by Peter Rasmussen

Dynamic Motion Synthesis

Posted by Peter Rasmussen on March 14, 2007


DMS promises to be the next big thing in animation. This is particularly the case for video games.

Keyframe animation is a very powerful system but it’s so much work to get a simple scene. Dynamic motion synthesis is a way of animating a human character in real time. The software uses physics and artificial intelligence to make a character react to events in a scene automatically as they happen rather than it having to be previously keyframed. This means in a game the same scene always plays out differently.

The job of the animator becomes tuning the reactions and style of movement of the character. This appeals to me greatly. I can’t draw but I can get some very good results with Photoshop. I’d much rather experiment with animation this way. It becomes a style of it’s own.

One of the hurdles with new developments is that investors want to see bang for their buck. They want to see the new gadget doing what they’ve been told it will do all the time, even when what the scene calls for is something subliminal. Sometimes having a character perfectly still is more realistic than noticeable breathing and noticeable blinking and noticeable swaying that makes them look like they have a motor neuron problem.

Like any new technology Dynamic Motion Synthesis does have its detractors. It’s disappointing how quick some people can be to damn something new and adventurous. Old school animators call motion capture “the devil’s rotascope”. I don’t know if cell animators have a name for keyframing. People are right to admire skill but something being harder does not automatically make it better. It’s just another tool. In the early days of analogue video it was hard pressed to look as good as film but digital video is fast closing the gap. These things take time.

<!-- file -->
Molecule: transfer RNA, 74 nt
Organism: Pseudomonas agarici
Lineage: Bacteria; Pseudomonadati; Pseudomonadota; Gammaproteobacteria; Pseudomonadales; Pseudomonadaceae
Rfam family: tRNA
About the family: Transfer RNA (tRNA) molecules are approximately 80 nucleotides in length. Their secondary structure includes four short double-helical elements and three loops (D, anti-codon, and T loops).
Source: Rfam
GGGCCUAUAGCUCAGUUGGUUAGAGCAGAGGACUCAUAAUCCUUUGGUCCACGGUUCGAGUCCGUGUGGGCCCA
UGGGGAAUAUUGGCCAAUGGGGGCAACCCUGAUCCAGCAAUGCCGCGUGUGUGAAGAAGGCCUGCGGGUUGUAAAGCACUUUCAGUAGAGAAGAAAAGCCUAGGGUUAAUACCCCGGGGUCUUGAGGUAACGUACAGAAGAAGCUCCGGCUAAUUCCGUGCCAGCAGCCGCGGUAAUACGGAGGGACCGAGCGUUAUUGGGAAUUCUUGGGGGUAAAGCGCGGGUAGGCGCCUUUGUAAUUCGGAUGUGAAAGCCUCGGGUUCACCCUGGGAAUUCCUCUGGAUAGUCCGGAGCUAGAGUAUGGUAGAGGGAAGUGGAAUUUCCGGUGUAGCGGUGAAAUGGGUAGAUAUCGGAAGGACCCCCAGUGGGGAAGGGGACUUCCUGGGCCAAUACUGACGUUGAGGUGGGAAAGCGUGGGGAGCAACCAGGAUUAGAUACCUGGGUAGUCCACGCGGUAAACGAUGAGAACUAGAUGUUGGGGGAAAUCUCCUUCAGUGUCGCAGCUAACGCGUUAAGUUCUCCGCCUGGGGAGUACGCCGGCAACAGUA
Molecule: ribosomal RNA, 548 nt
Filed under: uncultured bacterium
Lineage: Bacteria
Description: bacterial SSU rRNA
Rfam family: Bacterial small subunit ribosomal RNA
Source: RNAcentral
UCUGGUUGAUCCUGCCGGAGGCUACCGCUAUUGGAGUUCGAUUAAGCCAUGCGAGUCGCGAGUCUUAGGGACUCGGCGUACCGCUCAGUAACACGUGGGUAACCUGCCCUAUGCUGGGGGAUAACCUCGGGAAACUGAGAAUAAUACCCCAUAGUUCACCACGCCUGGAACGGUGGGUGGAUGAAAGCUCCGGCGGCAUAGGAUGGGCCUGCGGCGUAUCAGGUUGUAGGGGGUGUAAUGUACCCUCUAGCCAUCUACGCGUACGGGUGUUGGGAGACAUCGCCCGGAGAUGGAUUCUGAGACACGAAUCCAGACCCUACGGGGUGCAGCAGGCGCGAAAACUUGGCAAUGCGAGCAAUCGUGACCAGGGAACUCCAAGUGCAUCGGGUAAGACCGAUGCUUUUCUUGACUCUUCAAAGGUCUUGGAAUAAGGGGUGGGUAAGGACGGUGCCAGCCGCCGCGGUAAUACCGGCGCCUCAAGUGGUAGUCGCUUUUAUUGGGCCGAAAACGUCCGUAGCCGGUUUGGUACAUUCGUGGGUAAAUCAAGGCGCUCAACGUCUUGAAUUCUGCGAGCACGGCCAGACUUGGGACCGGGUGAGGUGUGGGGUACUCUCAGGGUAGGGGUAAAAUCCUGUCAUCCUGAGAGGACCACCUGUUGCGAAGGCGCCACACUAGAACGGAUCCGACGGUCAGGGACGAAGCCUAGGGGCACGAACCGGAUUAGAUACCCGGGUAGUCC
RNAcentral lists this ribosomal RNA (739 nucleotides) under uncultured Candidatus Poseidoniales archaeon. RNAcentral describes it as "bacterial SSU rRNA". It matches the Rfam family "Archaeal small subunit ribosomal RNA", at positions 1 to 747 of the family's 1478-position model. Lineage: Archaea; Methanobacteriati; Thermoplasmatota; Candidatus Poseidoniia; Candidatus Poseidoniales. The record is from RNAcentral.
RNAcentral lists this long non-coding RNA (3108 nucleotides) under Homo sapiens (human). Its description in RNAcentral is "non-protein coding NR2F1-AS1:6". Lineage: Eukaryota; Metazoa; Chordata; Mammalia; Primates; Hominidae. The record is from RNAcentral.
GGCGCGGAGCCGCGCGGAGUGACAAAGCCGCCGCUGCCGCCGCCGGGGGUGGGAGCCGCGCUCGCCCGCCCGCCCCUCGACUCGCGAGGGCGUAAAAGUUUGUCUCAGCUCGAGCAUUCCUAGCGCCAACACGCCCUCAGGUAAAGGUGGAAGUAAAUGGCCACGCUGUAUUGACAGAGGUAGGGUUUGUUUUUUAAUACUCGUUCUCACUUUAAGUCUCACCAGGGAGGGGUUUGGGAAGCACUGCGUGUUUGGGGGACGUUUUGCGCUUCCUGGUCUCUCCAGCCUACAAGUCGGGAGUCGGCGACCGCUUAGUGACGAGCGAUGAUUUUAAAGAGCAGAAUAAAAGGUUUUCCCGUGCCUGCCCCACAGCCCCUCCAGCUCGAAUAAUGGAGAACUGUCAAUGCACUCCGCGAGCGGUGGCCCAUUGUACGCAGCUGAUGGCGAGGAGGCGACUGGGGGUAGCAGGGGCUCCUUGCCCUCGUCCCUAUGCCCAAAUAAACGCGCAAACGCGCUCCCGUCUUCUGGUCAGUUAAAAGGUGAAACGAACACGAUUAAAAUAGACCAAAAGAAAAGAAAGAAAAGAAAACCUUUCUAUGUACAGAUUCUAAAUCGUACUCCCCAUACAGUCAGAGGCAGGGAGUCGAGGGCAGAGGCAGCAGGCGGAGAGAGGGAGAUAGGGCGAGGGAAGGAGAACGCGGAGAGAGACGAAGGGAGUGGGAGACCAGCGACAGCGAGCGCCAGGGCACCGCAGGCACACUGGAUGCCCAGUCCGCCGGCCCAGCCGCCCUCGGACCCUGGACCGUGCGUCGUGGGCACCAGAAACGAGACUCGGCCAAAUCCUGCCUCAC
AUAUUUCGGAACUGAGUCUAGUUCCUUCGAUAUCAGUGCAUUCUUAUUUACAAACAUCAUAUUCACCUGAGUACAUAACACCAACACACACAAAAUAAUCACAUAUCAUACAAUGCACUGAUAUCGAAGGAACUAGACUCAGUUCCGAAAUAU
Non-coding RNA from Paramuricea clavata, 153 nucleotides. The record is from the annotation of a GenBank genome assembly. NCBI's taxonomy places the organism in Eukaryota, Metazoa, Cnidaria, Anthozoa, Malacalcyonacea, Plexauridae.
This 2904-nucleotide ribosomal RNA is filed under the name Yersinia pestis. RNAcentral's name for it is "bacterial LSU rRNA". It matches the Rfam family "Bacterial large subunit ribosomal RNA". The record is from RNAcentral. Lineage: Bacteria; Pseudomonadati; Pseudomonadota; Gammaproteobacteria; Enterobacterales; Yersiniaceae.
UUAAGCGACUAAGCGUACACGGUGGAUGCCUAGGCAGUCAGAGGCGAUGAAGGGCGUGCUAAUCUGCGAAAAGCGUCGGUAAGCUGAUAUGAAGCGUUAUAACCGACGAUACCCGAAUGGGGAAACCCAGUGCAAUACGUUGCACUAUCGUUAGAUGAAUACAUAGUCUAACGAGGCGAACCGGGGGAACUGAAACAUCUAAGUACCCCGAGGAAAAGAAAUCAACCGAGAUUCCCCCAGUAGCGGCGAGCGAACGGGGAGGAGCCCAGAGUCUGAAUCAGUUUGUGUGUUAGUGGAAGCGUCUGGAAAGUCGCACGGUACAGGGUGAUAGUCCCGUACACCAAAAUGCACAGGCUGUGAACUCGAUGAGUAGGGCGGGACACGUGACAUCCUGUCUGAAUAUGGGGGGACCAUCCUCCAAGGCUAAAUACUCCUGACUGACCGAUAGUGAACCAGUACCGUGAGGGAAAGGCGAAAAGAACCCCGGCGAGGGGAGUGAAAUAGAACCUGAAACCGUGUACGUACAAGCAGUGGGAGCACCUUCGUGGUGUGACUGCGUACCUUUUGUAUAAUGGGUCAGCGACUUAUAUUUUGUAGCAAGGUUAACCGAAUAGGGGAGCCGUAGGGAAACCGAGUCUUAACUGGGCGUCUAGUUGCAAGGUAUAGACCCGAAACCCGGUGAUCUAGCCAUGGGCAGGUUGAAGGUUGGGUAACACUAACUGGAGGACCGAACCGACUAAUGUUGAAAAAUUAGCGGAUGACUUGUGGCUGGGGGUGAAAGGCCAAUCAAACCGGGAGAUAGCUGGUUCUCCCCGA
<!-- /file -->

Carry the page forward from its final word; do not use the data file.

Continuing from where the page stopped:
Some development and experimenting and beta testing needs to happen. The artists need experience with the new medium to learn how to nuance it. A model aircraft can move beautifully in the hands of an experienced pilot, but not so good at the mercy of a first-timer. The new technologies make space for artists who may not have particular practical skills but do have the skills to put fleshed out elements together to make something great. This is obviously the way to go but it’s not perfect yet.

You can download demo movies of Dynamic Motion Synthesis at:
NaturalMotion Ltd. Movie downloads:

There is an academic White paper at:

And a down to earth forum at:


2 Responses to “Dynamic Motion Synthesis”

  1. […] […]

  2. […] […]

Leave a Reply

Fill in your details below or click an icon to log in: Logo

You are commenting using your account. Log Out /  Change )

Google+ photo

You are commenting using your Google+ account. Log Out /  Change )

Twitter picture

You are commenting using your Twitter account. Log Out /  Change )

Facebook photo

You are commenting using your Facebook account. Log Out /  Change )


Connecting to %s

%d bloggers like this: